Fighters with the Islamic State of Iraq and the Levant, a radical militia that controls a large swath of eastern Syria, confiscated and destroyed illegally excavated antiquities from an ancient Mesopotamian site.
In an act of cultural genocide strikingly similar to the Taliban’s demolition of the Buddhas of Bamiyan in 2001, the ISIL fighters appear — in pictures recently uploaded by a group working to protect Syria’s rich historical heritage — to smash a 3,000-year-old Neo-Assyrian statue illegally removed from a nearby archaeological site. Another image shows a man placing his foot — an act of disrespect in Arab culture — on the face of the Assyrian statue before its destruction.
Last month, the Syrian antiquities authority said in a statement that it had received notice that artifacts that “appear to be the result of an unauthorized digging” had been plundered from Tell Ajaja, the ruins of the Assyrian provincial capital Shadikanni on the Khabur River, a tributary of the Euphrates.
At least one of the items photographed and published by the Association for the Preservation of Syrian Archaeology appeared among those recently confiscated by ISIL.
The pictures, taken in Syria’s far eastern Hasakeh Province, were also said to be of artifacts removed from Tell Ajaja. The site lies approximately 30 kilometers (18 miles) south of the modern provincial capital of Hasakeh and 50 kilometers (30 miles) from the Iraqi border.
It was not immediately clear from the photographs whether the statue that was smashed was genuine. A Tel Aviv Assyriologist who preferred anonymity said that, based on the photos, the statue appeared to be authentic, “although it could be a copy placed outside the museum [in Hasakeh],” he added with due caution.
Gaston Maspero, the 19th century French archaeologist, wrote that in the ninth century BCE the palaces of Shadikanni “were decorated with winged bulls, lions, stelae, and bas reliefs carved in marble brought from the hills of Singar.” Similar artifacts appear to be among those recently plundered.
The looting and destruction of antiquities from Tell Ajaja is part of a terrible tragedy that has befallen Syria’s ancient heritage as the result of the three-year-old civil war ravaging the country. The New York Times recently reported that illegal excavations have accelerated and that the country’s six UNESCO World Heritage sites are now listed as endangered. But Syria, which lies in the Fertile Crescent and houses remains from over 5,000 years of human civilization, is riddled with lesser-known archaeological sites — some of which haven’t been excavated because they were, until recently, entirely unknown.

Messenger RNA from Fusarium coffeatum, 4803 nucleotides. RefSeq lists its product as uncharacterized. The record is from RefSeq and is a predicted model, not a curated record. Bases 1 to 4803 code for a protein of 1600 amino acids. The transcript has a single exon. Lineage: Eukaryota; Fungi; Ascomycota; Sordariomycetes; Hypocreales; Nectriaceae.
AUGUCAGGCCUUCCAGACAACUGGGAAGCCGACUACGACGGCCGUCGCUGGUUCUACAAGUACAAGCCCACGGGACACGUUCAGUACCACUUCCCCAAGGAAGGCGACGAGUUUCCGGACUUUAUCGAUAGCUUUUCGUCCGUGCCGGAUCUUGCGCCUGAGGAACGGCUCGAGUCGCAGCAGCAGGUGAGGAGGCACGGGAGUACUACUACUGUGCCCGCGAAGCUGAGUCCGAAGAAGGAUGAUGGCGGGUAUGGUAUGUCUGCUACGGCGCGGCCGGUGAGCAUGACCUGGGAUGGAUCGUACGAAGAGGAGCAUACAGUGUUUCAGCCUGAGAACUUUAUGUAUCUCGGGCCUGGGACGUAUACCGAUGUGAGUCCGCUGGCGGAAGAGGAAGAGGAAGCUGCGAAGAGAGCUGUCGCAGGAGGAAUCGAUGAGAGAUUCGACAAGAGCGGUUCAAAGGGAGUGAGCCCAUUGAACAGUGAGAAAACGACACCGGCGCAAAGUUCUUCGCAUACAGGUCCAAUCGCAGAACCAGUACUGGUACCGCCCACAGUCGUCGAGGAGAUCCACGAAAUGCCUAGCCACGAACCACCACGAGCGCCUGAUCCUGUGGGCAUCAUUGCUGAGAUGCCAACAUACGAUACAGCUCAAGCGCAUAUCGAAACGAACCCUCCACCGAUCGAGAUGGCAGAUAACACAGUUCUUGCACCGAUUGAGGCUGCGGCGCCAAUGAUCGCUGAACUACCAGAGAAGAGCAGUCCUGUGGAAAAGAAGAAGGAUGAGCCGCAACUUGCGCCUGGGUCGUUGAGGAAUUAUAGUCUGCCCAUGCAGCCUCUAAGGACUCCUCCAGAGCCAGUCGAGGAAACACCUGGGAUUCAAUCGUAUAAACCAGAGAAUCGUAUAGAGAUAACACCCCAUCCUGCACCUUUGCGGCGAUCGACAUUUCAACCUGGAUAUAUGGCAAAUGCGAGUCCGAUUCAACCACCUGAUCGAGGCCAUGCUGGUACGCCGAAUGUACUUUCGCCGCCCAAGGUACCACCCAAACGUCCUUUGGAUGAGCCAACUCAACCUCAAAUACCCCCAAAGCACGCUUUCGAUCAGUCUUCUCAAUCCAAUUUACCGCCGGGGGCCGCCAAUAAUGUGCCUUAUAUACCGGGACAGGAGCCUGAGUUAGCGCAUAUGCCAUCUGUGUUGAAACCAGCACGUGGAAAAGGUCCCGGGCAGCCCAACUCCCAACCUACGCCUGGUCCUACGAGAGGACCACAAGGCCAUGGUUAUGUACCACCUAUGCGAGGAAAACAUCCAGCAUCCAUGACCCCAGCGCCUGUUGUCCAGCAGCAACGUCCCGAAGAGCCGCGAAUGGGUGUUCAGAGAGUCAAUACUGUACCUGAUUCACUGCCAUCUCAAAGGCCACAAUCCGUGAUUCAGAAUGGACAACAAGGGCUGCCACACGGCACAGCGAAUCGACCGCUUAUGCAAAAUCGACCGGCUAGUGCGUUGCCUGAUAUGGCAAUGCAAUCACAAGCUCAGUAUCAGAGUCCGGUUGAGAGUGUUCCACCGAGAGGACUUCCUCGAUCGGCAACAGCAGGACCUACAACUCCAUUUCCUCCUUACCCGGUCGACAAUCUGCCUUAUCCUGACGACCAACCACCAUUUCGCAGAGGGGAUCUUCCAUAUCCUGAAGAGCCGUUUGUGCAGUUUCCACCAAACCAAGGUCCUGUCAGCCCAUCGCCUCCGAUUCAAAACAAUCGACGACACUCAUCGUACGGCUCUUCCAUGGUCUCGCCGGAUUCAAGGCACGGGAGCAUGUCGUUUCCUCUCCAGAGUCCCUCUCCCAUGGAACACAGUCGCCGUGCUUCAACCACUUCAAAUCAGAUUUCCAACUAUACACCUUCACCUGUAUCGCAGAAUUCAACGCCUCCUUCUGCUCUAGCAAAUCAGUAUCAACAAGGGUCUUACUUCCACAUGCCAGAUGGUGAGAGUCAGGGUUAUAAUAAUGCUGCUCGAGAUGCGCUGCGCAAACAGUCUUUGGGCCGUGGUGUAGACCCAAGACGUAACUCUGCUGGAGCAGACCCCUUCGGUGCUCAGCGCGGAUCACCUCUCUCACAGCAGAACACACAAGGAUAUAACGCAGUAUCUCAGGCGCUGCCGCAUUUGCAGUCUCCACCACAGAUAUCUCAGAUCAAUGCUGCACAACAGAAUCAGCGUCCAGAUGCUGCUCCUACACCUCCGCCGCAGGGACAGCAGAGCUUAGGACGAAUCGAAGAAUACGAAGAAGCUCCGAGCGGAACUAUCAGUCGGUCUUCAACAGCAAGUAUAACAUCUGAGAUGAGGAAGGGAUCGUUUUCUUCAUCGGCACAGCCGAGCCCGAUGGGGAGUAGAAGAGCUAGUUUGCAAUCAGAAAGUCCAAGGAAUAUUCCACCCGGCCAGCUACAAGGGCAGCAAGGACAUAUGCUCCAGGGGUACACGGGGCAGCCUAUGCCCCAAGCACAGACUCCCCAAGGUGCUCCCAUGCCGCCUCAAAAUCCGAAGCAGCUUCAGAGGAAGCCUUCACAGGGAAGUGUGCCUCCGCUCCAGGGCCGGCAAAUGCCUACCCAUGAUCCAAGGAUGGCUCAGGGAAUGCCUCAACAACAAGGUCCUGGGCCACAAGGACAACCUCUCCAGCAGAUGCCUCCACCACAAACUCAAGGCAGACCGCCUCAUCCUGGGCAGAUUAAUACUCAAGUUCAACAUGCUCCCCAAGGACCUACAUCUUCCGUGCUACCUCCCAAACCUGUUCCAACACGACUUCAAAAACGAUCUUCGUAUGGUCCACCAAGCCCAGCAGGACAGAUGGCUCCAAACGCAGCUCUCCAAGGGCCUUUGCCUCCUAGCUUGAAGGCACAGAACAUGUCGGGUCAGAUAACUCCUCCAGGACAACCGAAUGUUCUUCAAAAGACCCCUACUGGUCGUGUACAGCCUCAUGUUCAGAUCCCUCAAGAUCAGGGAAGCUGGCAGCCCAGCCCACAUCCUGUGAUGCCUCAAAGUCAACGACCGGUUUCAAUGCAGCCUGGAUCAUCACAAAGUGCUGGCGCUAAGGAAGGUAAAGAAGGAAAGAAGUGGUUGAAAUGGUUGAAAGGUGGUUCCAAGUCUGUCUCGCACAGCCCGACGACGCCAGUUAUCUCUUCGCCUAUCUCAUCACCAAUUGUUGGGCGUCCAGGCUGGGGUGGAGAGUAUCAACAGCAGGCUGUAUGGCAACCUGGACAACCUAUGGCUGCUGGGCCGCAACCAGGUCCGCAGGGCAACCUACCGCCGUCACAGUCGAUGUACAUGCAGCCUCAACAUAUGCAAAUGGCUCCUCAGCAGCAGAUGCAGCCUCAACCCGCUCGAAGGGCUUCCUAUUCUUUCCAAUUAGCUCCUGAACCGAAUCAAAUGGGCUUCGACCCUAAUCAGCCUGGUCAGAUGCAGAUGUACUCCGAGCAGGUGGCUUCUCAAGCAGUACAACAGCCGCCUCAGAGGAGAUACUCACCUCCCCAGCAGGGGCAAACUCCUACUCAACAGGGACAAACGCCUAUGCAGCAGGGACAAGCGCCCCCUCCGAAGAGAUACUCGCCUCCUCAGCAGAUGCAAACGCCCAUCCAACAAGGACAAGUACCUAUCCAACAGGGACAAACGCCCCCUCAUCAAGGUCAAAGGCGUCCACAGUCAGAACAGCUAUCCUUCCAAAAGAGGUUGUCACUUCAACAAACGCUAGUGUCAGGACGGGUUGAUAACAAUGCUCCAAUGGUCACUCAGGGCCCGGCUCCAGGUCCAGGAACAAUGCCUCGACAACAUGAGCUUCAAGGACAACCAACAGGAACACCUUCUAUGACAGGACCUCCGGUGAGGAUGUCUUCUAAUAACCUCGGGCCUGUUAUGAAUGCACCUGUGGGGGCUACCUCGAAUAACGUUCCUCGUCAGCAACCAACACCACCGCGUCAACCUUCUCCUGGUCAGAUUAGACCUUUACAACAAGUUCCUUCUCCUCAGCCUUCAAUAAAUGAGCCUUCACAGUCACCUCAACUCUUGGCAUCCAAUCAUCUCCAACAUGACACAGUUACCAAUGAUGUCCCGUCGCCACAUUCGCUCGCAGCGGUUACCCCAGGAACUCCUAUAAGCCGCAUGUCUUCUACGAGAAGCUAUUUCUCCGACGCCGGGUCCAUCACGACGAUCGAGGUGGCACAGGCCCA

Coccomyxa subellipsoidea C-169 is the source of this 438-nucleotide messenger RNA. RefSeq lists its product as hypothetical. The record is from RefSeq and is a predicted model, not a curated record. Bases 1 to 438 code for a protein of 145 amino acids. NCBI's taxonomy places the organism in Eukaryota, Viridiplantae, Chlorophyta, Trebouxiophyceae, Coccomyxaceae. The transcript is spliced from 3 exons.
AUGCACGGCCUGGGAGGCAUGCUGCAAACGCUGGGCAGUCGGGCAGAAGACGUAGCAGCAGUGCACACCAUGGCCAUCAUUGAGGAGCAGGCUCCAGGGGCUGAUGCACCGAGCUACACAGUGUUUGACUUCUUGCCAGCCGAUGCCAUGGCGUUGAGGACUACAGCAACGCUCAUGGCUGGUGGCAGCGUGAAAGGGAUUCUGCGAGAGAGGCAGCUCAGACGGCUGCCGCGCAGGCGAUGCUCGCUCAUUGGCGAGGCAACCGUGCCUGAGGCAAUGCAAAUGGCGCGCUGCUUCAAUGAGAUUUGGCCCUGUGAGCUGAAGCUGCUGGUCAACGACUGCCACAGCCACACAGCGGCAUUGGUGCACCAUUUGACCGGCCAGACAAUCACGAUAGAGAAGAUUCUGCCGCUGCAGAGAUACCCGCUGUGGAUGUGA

The destruction of Assyrian antiquities was not the first assault against Syrian archaeological treasures committed by ISIL. In January 2014, the radical Islamist group blew up and destroyed a sixth-century Byzantine mosaic near the city of Raqqa, the Independent reported. The pristine Roman-style mosaic had only been discovered in 2007. Syria analyst Aymenn al-Tamimi, one of those who tweeted the images of ISIL smashing the idols in Hasakeh, also shared a photo of the Islamists taking a bulldozer to a statue outside a Raqqa museum. It’s not certain whether or not the lion statue was authentic.
— Aymenn J Al-Tamimi (@ajaltamimi) May 4, 2014
“You don’t need an expert to tell you that it is terrible, because every artifact contributes to our understanding of the past, the more so when it bears an inscription,” Jack Sasson, professor of classics and Jewish studies at Vanderbilt University, told The Times of Israel.
ISIL, also known as ISIS or by its Arabic initials Daash, has taken control of a large portion of Syria, from the Turkish and Iraqi borders in the east to as far west as the city of Al Bab in Aleppo province.
“ISIS no longer exists in small cells that can be neutralized by missiles or small groups of commandos. It is now a real, if nascent and unrecognized, state actor—more akin in organization and power to the Taliban of the late 1990s than al-Qaeda,” security analysts Doug Ollivant and Brian Fishman wrote Wednesday in the online foreign policy magazine War on the Rocks.
ISIS’s increasingly powerful hold over the eastern half of Syria and the western provinces of Iraq may prove fatal for the region’s already threatened archaeological remains.